This restoration was begun in 536 BC, in the first year of Cyrus (Ezra 1:2-3, 5-11). The Books of Ezra and Nehemiah contain the history of the re-building of the city and temple, and the restoration of the kingdom of the Jews, consisting of a portion of all the tribes. The kingdom thus constituted was for two centuries under the dominion of Persia, until 331 BC and thereafter, for about a century and a half, under the rulers of the Greek empire in Asia, until 167 BC.
For a century the Jews maintained their independence under native rulers, the Asmonean princes. At the close of this period they fell under the rule of Herod and of members of his family, but practically under Rome, till the time of the destruction of Jerusalem, 70 AD. The city was then laid in ruins. The modern Jerusalem began to be built over the immense beds of rubbish resulting from the overthrow of the ancient city; and while it occupies certainly the same site, there are no evidences that even the lines of its streets are now what they were in the ancient city.
Until 131 AD the Jews who still lingered about Jerusalem quietly submitted to the Roman way. But in that year the emperor Hadrian, in order to hold them in subjection, rebuilt and fortified the city. The Jews, however, took possession of it, having risen under the leadership of Bar-Chohaba, the son of the star, in revolt against the Romans.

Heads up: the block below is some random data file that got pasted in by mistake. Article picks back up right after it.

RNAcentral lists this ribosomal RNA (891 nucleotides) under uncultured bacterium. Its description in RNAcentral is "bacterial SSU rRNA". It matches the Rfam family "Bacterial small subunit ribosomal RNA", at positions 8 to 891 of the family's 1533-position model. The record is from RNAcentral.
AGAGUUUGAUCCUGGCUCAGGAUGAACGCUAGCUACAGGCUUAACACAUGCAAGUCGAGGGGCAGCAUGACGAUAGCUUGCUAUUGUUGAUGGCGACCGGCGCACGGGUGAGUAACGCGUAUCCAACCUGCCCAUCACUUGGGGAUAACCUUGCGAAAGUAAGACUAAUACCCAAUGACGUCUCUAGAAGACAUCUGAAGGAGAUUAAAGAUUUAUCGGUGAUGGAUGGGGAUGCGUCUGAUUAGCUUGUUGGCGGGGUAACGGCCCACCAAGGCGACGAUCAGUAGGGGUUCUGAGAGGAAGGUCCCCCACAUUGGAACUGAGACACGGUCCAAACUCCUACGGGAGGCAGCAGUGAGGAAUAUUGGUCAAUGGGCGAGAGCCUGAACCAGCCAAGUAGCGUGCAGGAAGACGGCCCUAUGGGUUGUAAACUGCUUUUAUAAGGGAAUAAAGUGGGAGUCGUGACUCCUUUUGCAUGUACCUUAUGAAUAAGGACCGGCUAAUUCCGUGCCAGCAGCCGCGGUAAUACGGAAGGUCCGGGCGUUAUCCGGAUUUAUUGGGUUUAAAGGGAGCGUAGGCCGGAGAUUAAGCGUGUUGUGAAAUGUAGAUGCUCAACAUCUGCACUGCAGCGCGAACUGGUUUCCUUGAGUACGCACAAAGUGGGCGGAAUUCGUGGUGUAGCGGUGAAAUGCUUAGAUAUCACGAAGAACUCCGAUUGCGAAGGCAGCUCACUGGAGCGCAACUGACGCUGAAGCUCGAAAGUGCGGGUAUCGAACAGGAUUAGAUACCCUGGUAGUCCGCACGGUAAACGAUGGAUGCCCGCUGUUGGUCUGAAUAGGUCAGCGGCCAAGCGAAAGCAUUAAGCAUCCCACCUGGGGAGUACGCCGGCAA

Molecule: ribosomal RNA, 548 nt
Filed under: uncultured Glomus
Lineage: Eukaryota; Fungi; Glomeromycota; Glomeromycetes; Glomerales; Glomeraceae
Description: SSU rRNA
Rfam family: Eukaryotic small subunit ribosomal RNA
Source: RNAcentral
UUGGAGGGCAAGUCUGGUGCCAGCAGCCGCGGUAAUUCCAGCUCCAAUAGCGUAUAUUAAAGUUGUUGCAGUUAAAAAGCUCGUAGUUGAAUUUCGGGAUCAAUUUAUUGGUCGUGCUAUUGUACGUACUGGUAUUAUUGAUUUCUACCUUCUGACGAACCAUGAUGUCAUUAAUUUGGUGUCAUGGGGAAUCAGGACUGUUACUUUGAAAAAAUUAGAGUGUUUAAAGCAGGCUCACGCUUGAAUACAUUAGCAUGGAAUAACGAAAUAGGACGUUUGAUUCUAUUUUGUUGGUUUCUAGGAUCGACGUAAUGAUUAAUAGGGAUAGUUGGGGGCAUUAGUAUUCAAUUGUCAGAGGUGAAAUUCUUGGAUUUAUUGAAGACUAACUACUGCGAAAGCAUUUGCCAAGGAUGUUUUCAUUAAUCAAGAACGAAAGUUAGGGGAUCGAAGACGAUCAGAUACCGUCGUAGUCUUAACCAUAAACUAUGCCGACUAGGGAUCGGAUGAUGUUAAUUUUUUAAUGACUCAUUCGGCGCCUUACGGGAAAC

Some four years afterwards in 135 AD; however, they were driven out of it with great slaughter, and the city was again destroyed; and over its ruins was built a Roman city called Aelia Capitolina, a name which it retained until it fell under the dominion of the Mohammedans, when it was called el-Khuds, the holy. In 326 AD Helena, mother of the emperor Constantine, made a pilgrimage to Jerusalem with the view of discovering the places mentioned in the life of our Lord. She caused a church to be built on what was then supposed to be the place of the nativity at Bethlehem.
Constantine, animated by her example, searched for the holy sepulchre, and built over the supposed site a magnificent church, which was completed and dedicated in 335 AD. He relaxed the laws against the Jews until this time in force, and permitted them once a year to visit the city and wail over the desolation of the holy and beautiful house. In 614 AD the Persians, after defeating the Roman forces of the emperor Heraclius, took Jerusalem by storm, and retained it until 637 AD when it was taken by the Arabians under the Khalif Omar. It remained in their possession until it passed, in 960 AD under the dominion of the Fatimite khalifs of Egypt, and in 1073 AD under the Turcomans.
In 1099 AD the crusader Godfrey of Bouillon took the city from the Muslims with great slaughter, and was elected king of Jerusalem. He converted the Mosque of Omar into a Christian cathedral. During the 88 years which followed, many churches and convents were erected in the holy city. The Church of the Holy Sepulchre was rebuilt during this period, and it alone remains to this day. In 1187 AD the sultan Saladin wrested the city from the Christians. From that time to the present day, with few intervals, Jerusalem has remained in the hands of the Muslims.